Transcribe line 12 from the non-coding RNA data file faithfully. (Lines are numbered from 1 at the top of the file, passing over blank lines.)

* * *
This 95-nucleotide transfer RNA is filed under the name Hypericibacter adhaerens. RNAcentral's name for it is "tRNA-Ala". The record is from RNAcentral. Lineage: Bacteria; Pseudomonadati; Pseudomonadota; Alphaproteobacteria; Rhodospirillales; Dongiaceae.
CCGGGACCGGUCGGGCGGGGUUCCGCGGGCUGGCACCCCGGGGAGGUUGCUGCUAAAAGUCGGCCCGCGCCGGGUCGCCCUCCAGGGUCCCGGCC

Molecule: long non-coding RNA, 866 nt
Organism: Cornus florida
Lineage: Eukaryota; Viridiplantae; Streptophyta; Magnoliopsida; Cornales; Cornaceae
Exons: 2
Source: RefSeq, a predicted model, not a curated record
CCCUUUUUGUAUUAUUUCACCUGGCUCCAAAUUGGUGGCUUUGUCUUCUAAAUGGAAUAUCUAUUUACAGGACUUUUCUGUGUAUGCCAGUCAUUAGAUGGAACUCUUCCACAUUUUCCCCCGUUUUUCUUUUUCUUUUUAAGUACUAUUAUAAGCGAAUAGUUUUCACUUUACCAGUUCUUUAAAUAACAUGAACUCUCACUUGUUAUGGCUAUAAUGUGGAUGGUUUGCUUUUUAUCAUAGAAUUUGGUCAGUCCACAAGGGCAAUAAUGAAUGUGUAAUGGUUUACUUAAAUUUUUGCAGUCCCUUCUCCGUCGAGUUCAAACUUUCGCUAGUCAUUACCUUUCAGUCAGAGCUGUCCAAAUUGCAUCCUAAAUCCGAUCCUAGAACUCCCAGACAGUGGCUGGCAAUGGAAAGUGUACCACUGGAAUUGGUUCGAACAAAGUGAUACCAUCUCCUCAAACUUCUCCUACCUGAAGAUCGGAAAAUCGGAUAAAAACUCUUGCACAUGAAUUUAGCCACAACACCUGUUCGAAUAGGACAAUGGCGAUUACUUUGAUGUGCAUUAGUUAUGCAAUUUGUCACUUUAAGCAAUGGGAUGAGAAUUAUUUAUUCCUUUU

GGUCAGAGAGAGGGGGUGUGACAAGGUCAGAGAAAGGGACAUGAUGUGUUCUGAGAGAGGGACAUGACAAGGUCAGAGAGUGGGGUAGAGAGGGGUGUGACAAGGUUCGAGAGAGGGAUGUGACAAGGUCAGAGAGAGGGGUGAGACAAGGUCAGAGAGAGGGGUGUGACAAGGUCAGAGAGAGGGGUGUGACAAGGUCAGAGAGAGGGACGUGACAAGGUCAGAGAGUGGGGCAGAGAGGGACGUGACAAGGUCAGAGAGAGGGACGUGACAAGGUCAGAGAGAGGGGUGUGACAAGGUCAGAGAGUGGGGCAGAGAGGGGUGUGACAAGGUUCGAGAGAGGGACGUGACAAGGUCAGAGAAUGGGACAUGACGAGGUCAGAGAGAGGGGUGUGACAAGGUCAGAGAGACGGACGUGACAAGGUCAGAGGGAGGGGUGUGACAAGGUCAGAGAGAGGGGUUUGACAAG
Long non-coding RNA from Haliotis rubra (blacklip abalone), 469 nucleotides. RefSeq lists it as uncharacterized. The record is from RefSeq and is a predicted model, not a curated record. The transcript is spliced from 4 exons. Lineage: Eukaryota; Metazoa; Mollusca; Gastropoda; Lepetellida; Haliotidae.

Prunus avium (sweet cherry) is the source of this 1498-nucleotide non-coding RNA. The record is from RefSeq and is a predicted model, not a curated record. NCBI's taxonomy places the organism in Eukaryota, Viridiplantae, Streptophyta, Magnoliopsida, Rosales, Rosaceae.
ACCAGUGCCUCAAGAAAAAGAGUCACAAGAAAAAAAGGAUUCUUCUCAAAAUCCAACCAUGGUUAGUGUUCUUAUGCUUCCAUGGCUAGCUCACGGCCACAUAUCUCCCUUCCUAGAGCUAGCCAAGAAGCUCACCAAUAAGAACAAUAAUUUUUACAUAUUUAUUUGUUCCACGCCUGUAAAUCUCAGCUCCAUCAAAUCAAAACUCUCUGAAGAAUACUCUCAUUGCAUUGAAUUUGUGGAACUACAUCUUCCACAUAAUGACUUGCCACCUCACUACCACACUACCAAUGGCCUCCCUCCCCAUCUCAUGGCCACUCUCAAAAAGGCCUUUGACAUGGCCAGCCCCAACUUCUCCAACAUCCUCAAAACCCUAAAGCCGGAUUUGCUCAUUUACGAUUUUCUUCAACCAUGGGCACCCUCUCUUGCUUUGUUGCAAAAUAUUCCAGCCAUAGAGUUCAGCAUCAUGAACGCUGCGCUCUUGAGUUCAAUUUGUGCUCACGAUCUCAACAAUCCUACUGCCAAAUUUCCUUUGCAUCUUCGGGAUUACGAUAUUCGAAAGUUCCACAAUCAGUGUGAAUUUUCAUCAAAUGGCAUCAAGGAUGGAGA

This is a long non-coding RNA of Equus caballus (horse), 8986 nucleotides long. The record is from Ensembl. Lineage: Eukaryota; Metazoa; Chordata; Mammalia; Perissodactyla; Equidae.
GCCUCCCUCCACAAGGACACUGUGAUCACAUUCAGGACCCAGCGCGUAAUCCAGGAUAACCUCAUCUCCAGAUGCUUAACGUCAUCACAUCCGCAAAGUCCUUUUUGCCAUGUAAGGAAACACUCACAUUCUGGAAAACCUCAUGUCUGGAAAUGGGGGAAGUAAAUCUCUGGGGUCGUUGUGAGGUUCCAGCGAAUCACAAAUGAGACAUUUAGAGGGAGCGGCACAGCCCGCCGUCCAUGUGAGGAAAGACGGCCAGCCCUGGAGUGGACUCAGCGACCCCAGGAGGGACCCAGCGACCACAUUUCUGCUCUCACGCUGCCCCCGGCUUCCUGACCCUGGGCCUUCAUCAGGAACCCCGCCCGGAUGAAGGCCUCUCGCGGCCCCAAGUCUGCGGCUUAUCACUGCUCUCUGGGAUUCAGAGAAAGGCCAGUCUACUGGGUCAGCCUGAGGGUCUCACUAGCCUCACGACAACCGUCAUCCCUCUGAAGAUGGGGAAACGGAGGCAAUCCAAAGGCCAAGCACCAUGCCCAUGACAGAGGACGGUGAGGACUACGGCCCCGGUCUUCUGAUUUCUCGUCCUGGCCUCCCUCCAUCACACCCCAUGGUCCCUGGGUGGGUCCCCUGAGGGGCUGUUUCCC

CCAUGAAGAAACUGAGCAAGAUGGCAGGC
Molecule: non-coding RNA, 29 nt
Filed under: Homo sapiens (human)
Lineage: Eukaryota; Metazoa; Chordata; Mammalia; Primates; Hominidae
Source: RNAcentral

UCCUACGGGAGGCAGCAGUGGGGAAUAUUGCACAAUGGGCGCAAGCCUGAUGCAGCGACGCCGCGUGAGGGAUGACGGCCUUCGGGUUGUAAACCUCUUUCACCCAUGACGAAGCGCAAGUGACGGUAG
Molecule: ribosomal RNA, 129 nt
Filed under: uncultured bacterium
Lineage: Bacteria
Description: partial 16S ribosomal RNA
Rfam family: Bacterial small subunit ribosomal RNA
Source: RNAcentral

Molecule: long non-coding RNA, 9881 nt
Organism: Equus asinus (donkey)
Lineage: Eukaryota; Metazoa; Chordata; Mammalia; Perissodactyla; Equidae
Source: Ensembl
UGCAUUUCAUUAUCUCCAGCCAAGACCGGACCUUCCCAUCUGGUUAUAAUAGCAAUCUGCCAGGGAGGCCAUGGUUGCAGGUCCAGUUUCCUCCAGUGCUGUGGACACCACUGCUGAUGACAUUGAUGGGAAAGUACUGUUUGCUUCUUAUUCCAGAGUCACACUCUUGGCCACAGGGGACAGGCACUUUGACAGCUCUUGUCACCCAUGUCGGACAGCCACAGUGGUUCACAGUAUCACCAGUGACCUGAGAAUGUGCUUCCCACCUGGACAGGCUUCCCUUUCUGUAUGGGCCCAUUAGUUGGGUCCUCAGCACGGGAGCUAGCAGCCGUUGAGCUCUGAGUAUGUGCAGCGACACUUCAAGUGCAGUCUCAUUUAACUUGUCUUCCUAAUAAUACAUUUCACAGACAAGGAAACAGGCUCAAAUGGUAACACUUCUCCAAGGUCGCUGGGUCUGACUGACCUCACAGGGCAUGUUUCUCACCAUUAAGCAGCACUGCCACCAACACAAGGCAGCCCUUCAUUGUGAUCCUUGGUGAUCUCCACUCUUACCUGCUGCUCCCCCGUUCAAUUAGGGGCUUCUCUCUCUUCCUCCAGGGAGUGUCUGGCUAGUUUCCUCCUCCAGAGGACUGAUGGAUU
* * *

ACCAGUGCCUCAAGAAAAAGAGUCACAAGAAAAAAAGGAUUCUUCUCAAAAUCCAACCAUGGUUAGUGUUCUUAUGCUUCCAUGGCUAGCUCACGGCCACAUAUCUCCCUUCCUAGAGCUAGCCAAGAAGCUCACCAAUAAGAACAAUAAUUUUUACAUAUUUAUUUGUUCCACGCCUGUAAAUCUCAGCUCCAUCAAAUCAAAACUCUCUGAAGAAUACUCUCAUUGCAUUGAAUUUGUGGAACUACAUCUUCCACAUAAUGACUUGCCACCUCACUACCACACUACCAAUGGCCUCCCUCCCCAUCUCAUGGCCACUCUCAAAAAGGCCUUUGACAUGGCCAGCCCCAACUUCUCCAACAUCCUCAAAACCCUAAAGCCGGAUUUGCUCAUUUACGAUUUUCUUCAACCAUGGGCACCCUCUCUUGCUUUGUUGCAAAAUAUUCCAGCCAUAGAGUUCAGCAUCAUGAACGCUGCGCUCUUGAGUUCAAUUUGUGCUCACGAUCUCAACAAUCCUACUGCCAAAUUUCCUUUGCAUCUUCGGGAUUACGAUAUUCGAAAGUUCCACAAUCAGUGUGAAUUUUCAUCAAAUGGCAUCAAGGAUGGAGA